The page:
From Fannie Mae and Freddie Mac to the mortgage-interest tax deduction, the US federal government plays an enormous role in the country's housing market. But what effect is it having—and is there cause for it to be involved at all? Chicago Booth's Robert H. Topel and Eric Zwick discuss how government intervention affects prices, homeownership, home size, and more.
Did the housing stimulus program work?
Zwick: Together with David Berger at Northwestern and Nick Turner at the US Treasury, I looked into the First-Time Home Buyer Tax Credit, a temporary tax credit of $8,000 for first-time home buyers in the wake of the Great Recession to try and induce them to buy homes and shore up the housing market in 2009–10, when inventories in the housing market were at all-time highs.
We find that it was quite effective in inducing a large amount of demand. We estimated the program increased aggregate home sales by 7–14 percent during the policy period. There’s a lot of evidence that the program facilitated beneficial reallocation of underutilized assets from low-value owners, such as banks or builders, to constrained higher-value buyers previously unable to buy because of disruptions in the credit market or down-payment constraints. This demand didn’t immediately reverse. It was concentrated in the existing-home market, which implies that the direct GDP effects were quite modest and limited to realtor and origination fees, and, perhaps, complementary furniture purchases.
The market stabilized, and house-price growth stopped falling as rapidly, at least temporarily. When evaluated as a stabilizer, the program seems to be more effective than when thought of through the traditional demand-management-fiscal-policy view.
Topel: When the layperson hears you say “stimulus,” they’ll think of activities by the government that increase economic activity and increase total output. Eric finds that the program didn’t really increase economic activity in the housing market in the sense of creating a bigger housing stock. It didn’t have an effect that people would traditionally think of as a stimulus. What it did, on the best interpretation, is reallocate housing from some folks who were holding housing to other people who might have had higher value of the housing. So it’s totally reallocative. The stimulus impact in he traditional sense was really de minimis.
Zwick: That’s specific to a point in time with an unused inventory of houses in the millions. There’s a stock of extra homes that we’re trying to work down. It’s a classic investment boom, and the question is whether it makes sense to try and speed the process of using those assets. The stimulus effects were much smaller than the cost of the program. There’s a lot of evidence that the problems in the housing market would have been more severe without the program.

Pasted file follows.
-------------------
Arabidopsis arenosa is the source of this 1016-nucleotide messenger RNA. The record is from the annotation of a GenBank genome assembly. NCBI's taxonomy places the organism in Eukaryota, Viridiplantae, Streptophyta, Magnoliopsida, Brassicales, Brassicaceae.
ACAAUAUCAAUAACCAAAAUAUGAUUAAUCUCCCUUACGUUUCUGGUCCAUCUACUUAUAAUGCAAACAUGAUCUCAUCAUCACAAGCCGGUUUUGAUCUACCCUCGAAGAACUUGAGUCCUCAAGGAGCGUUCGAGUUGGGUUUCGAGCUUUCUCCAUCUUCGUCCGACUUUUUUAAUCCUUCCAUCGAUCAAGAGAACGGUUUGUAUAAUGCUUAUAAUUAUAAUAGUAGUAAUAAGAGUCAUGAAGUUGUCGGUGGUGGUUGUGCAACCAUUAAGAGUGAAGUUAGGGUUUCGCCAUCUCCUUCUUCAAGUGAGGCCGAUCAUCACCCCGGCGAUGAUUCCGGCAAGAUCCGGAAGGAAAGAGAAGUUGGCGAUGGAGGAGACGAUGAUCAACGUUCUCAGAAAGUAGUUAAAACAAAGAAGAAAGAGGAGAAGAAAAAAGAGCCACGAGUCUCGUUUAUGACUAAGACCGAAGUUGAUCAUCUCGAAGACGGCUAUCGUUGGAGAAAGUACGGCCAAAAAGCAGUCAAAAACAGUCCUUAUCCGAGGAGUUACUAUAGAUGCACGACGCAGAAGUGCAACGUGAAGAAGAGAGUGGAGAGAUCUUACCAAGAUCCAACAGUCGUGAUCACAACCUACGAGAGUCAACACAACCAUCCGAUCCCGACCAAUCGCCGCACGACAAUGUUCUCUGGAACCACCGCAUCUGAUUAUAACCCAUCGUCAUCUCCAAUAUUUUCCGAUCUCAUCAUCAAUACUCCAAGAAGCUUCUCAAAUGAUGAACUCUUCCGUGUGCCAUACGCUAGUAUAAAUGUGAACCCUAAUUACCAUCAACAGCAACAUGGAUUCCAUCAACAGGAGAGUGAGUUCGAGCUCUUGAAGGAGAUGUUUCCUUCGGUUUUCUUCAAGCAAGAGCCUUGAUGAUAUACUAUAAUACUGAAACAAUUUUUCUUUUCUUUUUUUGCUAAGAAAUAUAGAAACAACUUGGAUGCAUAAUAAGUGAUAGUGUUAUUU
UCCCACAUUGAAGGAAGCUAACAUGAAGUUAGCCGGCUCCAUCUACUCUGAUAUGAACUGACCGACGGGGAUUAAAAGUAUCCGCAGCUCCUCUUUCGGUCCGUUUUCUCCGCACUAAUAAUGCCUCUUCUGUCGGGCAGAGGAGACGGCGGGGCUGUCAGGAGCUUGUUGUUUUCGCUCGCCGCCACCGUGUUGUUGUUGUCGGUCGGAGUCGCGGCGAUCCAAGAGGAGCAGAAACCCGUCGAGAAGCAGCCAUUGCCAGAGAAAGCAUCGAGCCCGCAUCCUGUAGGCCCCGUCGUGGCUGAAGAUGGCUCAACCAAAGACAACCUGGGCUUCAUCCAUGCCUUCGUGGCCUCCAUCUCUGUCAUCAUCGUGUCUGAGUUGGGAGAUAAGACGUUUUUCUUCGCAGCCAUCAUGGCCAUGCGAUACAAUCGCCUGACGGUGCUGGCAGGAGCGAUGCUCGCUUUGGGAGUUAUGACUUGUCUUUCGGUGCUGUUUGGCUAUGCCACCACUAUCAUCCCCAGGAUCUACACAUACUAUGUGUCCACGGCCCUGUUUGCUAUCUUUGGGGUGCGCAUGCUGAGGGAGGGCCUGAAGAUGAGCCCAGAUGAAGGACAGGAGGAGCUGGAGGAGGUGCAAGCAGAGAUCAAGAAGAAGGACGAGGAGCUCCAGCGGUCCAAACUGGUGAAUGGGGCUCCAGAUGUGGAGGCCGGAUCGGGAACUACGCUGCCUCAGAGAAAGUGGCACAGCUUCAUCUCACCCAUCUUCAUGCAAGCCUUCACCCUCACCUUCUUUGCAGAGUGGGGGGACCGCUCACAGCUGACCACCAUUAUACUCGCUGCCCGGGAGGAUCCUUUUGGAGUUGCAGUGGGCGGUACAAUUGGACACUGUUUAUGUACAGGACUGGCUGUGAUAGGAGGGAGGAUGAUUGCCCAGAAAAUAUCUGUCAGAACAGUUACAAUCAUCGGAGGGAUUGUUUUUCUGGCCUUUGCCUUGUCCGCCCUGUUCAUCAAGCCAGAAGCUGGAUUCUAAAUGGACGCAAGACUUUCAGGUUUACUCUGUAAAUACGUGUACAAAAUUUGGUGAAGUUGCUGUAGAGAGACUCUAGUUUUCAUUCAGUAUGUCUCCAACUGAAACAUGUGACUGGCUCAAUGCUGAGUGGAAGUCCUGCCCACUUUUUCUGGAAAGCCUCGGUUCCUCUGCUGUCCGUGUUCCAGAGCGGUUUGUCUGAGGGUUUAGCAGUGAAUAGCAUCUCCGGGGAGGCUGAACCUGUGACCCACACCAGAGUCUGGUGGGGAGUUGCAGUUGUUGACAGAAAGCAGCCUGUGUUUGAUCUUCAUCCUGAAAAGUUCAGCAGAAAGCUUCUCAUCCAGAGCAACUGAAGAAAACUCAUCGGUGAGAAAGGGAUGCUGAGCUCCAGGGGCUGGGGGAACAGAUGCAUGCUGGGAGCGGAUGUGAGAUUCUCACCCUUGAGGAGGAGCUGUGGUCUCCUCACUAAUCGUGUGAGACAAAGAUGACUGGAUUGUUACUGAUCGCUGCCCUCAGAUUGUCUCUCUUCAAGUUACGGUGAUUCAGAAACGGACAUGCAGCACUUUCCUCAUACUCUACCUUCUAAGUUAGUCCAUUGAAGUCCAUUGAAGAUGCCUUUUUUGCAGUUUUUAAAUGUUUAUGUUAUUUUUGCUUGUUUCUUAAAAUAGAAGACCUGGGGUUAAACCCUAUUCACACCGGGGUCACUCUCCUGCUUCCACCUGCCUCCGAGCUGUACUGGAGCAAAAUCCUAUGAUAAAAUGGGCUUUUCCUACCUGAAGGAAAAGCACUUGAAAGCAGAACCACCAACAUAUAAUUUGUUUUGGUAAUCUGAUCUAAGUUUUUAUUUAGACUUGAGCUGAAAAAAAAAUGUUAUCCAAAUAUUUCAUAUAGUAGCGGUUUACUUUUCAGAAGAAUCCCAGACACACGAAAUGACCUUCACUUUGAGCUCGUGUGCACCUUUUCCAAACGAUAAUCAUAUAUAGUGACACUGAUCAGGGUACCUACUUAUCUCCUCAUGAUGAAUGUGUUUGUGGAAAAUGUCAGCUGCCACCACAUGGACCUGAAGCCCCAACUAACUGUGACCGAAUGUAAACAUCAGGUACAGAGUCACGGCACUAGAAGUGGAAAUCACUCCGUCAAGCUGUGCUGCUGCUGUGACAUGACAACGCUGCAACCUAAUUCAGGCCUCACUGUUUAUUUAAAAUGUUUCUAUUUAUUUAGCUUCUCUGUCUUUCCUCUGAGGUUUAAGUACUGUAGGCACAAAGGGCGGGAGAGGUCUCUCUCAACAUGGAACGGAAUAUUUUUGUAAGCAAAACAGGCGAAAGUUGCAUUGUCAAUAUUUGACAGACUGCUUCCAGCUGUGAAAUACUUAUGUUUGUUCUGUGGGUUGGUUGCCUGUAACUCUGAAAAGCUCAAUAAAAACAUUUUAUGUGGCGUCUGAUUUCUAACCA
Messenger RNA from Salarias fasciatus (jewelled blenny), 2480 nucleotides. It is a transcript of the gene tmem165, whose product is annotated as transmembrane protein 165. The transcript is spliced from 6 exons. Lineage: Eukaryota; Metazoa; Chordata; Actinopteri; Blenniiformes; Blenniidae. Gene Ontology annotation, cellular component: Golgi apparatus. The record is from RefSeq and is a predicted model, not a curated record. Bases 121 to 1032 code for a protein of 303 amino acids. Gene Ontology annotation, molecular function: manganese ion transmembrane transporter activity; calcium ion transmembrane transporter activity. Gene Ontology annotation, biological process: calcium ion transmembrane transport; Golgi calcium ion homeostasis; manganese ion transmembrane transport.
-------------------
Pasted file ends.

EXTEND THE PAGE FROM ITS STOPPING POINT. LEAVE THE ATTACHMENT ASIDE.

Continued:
Topel: The program had different impacts in different markets, because there’s more potential for first-time buyers in different markets. The effects were to reallocate the ownership of existing housing from one group to another. Whether the failure of that happening [in the absence of the program] is a market failure is another question.
Zwick: Bob’s right to ask, what is the market failure this program is addressing? I’m trained as a public economist, and we always think about the role of the government as either correcting market failures or addressing concerns about redistribution. The redistributive case for this program is weak, because home buyers tend to be relatively wealthy. You have to evaluate it as addressing some market failure.
A lot of research suggests that, during the recession, foreclosure externalities were important—the effects on consumption, the effects on neighborhoods through crime and elevated vacancies. In other markets these kinds of spillovers are much less. So take things like unused battleships. I’m not sure that a first-time battleship-buyer program would be as good an idea. As to whether in peacetime we should have mortgage-interest subsidies, I agree with Bob that a lot of intensive margin subsidies in the housing market just cause people to buy larger homes, more square footage, more expensive places. I don’t really see the public-policy rationale there.
Topel: The existence of a foreclosure externality is fairly convincing. Whether it’s worthwhile having a government intervention in housing markets to deal with that is
If there is a market failure, can government help in reallocating resources?
Zwick: Foreclosure externalities should be solvable in the private market, but that doesn’t happen, and that’s a market failure that this program was specifically addressing. It’s not necessarily sufficient. You also need to have buyers. If there’s a development and no one actually wants to live there, moving people into those homes isn’t creating any welfare.